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Reflections of an ethics teacher.

My day-to-day work over the years as an ethics teacher inevitably took on the problem of not seeing the forest for the trees. This could also have been a problem for my students. Reflection has the merit of looking over what one may have overlooked. I now realize, more clearly than when I was labouring from the lectern, how difficult it was for me to convince my students of the value of the Golden Rule, that we should treat others they way we would expect them to treat us.

When I casually observed my students chatting in the cafeteria, in the hallways, or before class, I found them persistently complaining about being mistreated by others. Such complaining, of course, is perfectly understandable. One has legitimate expectations about how one should be treated. We all have a built-in sense of justice and fair play. When these expectations are not met, we complain.

But when the bell rang for ethics class and my budding scholars took their seats, their perspective swerved 180 degrees. Consistently, the more vocal in my class would insist that an individual has a right to abortion, contraception, pre-marital intercourse, and so on. The balance disappeared; the self was no longer counterpoised by the other.

The ancient Greeks talked about the wisdom of "Know thy self." The Catholic tradition adds to this wisdom by urging believers to "No thy self." It we truly know ourselves, including our weaknesses and deficiencies, we realize that we have certain impulses and desires to which we should say "No." The fundamental ethical error is to make a moral exception for ourselves. If we demand kindness and consideration from others, we should make sure that we are ambassadors of these virtues ourselves. Yet, now that I think of it, it was all too common for students to complain about being mistreated when they were outside of class, but maintain a pro-choice attitude for themselves when they were in the classroom. The split between their personal life and their ethical philosophy was both startling and disturbing.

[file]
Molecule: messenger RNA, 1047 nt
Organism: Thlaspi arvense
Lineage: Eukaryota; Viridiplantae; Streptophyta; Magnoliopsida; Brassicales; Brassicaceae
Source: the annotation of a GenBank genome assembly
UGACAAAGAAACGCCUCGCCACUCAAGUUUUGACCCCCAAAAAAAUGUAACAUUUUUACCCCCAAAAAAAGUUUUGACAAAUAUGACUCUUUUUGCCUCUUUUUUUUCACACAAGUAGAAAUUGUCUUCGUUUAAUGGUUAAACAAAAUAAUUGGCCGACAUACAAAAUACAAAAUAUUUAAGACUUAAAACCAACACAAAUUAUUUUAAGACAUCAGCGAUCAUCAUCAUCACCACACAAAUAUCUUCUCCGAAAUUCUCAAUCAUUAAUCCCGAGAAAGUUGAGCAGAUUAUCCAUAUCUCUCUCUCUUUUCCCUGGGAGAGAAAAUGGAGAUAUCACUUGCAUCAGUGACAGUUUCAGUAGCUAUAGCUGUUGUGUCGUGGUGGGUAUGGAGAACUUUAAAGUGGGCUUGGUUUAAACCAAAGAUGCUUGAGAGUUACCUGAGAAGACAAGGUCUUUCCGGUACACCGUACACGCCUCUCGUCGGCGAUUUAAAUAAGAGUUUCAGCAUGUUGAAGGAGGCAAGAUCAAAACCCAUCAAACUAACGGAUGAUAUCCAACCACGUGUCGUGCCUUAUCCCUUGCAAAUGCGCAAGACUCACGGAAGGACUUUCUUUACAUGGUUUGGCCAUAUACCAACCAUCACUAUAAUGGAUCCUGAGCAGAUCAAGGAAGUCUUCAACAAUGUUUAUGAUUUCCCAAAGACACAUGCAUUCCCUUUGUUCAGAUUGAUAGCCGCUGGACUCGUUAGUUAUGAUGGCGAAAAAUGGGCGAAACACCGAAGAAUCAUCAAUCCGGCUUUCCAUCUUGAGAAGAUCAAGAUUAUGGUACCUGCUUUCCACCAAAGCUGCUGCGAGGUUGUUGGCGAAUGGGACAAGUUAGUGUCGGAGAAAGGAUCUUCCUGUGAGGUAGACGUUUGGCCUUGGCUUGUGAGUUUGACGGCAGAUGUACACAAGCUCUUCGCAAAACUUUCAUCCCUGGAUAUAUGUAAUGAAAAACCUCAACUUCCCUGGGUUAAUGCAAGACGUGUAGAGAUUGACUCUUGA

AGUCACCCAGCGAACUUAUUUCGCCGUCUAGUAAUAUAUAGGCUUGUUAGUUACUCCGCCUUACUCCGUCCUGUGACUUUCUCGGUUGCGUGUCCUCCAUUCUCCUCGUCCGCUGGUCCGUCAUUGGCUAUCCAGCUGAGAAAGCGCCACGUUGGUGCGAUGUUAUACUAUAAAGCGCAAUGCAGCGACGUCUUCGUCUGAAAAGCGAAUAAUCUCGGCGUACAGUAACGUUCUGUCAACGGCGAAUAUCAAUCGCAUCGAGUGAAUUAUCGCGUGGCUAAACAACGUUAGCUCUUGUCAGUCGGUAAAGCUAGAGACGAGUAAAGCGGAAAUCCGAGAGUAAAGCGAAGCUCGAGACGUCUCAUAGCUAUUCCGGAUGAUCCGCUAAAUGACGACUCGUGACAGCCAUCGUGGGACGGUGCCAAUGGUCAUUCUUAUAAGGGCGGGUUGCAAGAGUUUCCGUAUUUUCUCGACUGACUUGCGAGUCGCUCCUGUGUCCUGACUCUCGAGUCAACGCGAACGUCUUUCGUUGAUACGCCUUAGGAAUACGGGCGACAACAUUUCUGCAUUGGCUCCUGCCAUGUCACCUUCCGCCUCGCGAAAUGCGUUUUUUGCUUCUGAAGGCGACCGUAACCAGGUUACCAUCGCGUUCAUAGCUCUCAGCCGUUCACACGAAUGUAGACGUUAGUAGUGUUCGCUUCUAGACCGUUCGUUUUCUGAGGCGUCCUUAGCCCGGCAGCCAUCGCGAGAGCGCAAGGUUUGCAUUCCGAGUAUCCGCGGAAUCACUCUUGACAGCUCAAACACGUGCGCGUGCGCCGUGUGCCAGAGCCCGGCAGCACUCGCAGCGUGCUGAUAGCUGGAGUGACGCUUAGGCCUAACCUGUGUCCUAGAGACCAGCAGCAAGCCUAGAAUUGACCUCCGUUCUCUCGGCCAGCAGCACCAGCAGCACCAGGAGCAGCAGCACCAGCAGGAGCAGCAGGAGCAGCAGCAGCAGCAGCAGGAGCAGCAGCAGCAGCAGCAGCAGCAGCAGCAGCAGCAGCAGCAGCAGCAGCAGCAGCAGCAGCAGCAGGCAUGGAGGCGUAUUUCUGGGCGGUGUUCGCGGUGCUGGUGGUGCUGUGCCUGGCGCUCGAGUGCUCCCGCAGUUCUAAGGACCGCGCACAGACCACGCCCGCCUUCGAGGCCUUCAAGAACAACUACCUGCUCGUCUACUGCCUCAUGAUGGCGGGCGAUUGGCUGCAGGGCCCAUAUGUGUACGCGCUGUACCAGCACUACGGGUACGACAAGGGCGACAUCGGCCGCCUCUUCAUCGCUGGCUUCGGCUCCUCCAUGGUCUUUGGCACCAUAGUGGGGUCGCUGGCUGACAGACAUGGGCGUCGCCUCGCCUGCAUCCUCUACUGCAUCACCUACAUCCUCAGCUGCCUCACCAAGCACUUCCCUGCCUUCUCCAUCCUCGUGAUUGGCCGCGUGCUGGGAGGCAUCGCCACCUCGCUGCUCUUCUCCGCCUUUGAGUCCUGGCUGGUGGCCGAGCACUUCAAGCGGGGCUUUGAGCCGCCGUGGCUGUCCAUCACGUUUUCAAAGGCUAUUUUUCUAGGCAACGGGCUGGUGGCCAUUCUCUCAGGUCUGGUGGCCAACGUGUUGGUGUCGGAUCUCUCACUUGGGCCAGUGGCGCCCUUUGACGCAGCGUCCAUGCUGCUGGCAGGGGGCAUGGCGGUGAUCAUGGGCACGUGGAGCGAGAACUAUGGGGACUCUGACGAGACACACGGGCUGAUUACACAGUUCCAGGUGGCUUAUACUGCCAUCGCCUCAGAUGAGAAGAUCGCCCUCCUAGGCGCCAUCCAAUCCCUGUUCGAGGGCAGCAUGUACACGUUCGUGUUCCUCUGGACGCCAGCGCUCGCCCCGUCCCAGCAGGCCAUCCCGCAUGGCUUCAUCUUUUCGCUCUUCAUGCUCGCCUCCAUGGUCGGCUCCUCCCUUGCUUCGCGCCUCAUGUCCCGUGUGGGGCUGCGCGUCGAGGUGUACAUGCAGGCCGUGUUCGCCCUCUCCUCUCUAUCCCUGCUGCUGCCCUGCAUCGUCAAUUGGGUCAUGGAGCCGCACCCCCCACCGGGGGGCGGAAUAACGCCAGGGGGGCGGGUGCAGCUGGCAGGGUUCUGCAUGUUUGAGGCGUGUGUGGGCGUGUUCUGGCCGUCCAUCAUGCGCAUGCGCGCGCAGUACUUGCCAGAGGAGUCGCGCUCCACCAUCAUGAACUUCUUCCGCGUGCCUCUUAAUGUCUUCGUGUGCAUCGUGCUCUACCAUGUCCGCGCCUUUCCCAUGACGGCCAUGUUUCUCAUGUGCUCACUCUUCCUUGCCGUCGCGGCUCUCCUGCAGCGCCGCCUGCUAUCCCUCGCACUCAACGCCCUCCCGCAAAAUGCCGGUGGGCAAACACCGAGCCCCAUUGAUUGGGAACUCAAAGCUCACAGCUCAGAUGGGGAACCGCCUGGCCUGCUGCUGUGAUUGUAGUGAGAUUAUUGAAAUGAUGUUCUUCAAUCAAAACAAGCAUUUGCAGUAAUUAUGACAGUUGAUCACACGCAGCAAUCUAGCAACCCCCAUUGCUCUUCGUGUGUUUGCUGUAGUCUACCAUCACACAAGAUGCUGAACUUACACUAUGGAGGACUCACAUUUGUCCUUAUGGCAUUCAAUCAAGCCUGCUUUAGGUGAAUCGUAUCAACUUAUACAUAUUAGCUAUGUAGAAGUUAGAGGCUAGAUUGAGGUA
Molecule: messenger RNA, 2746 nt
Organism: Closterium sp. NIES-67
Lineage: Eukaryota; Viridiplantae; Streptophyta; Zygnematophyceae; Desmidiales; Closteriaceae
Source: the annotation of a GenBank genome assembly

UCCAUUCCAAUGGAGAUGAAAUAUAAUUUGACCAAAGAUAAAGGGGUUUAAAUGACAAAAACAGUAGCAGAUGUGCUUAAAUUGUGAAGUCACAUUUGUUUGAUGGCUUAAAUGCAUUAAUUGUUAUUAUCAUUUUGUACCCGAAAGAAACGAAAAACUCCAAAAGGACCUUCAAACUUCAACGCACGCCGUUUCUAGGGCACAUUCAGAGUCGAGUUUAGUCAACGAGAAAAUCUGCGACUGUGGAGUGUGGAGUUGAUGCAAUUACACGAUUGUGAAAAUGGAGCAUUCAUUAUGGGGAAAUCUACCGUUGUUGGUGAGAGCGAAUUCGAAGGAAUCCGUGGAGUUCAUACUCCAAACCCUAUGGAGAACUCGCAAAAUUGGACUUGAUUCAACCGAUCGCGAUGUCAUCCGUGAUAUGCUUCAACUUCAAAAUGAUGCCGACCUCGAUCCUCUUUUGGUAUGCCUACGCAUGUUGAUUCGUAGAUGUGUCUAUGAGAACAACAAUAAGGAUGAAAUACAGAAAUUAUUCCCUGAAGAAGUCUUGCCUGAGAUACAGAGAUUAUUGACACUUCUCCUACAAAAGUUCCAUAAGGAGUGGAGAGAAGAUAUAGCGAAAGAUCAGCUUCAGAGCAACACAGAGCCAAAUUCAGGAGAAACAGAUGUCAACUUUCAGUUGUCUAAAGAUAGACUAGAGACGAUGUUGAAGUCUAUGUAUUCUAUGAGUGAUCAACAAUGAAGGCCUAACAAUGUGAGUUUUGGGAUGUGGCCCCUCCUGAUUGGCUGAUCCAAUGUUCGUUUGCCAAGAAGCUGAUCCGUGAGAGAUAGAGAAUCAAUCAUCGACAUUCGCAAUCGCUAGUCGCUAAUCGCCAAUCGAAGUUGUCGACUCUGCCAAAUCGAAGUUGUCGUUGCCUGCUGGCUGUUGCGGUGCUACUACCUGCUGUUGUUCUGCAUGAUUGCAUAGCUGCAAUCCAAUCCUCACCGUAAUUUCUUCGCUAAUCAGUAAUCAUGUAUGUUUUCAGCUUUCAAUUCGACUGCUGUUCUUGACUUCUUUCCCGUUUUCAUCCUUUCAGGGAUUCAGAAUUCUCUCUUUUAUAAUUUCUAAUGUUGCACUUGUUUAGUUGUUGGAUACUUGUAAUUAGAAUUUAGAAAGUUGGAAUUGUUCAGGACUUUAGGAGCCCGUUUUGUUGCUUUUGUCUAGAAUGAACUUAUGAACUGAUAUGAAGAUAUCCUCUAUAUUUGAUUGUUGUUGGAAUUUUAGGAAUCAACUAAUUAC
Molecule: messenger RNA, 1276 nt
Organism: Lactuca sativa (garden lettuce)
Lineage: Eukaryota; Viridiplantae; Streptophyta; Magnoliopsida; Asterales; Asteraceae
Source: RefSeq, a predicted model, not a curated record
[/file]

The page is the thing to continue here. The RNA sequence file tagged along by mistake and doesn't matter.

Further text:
The Golden Rule is also a principle of equality. We ate all equally ethical beings; ethics applies equally to all of us. I cannot exempt myself from my personal obligations to others. I cannot be pro-choice for myself and ethically demanding of others. The Golden Rule, though it has roots in the New Testament, has a universal validity that has been expressed in a variety of ways. Isocrates stated, "Do not do to others what would anger you if done to you by others." In the Talmud we read, "What is hateful to you, do not to your fellow-men. That is the entire Law; all the rest is commentary." "Be just and gracious unto me," wrote Shakespeare in Titus Andronicus, "as I am confident and kind with thee."

On reflection, It seems that the fundamental task of the ethics teacher is to convince his charges that we ate all in the same boat and owe each other a terrible loyalty. A well formed conscience obliges us to choose what is right and not choose what is wrong. We must say, "Yes" to some things and "No" to other things.

Lent offers an excellent opportunity for Catholics to say "No" to certain things. It helps us to understand that choice, like a battery, has a positive and negative polarity. Oscar Wilde once quipped that he could resist anything but temptation. The great value of ethics is that it provides us with a way of avoiding the humiliation of being a slave to temptation. The poet John Dryden spoke wisely and well when he advised, "Better shun the bait than struggle in the snare."

If reflection provides insights that may arrive too late for one teacher to implement, they might be of help for others who continue to carry the torch of learning. Pro-life people have a pretty sound argument when they suggest that just as their adversaries should be grateful for not being aborted, they should not condone the abortion of anyone else.

Accepting the Golden Rule is the wise choice that liberates us from the pernicious illusion that we can exempt ourselves from ethics. It is fundamental and virtually self-evident, but it will be the final building block in the establishment of civility and peace.

Donald DeMarco, PhD is a Senior Fellow of HLI America, Professor Emeritus at St. Jerome's University in Waterloo, ON, and an adjunct professor at Holy Apostles College and Seminary in Cromwell, CT. Some of his recent writings may be found at HLI America's Truth and Charity Forum.
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Author:De Marco, Donald
Publication:Catholic Insight
Article Type:Essay
Geographic Code:1CANA
Date:Mar 1, 2013
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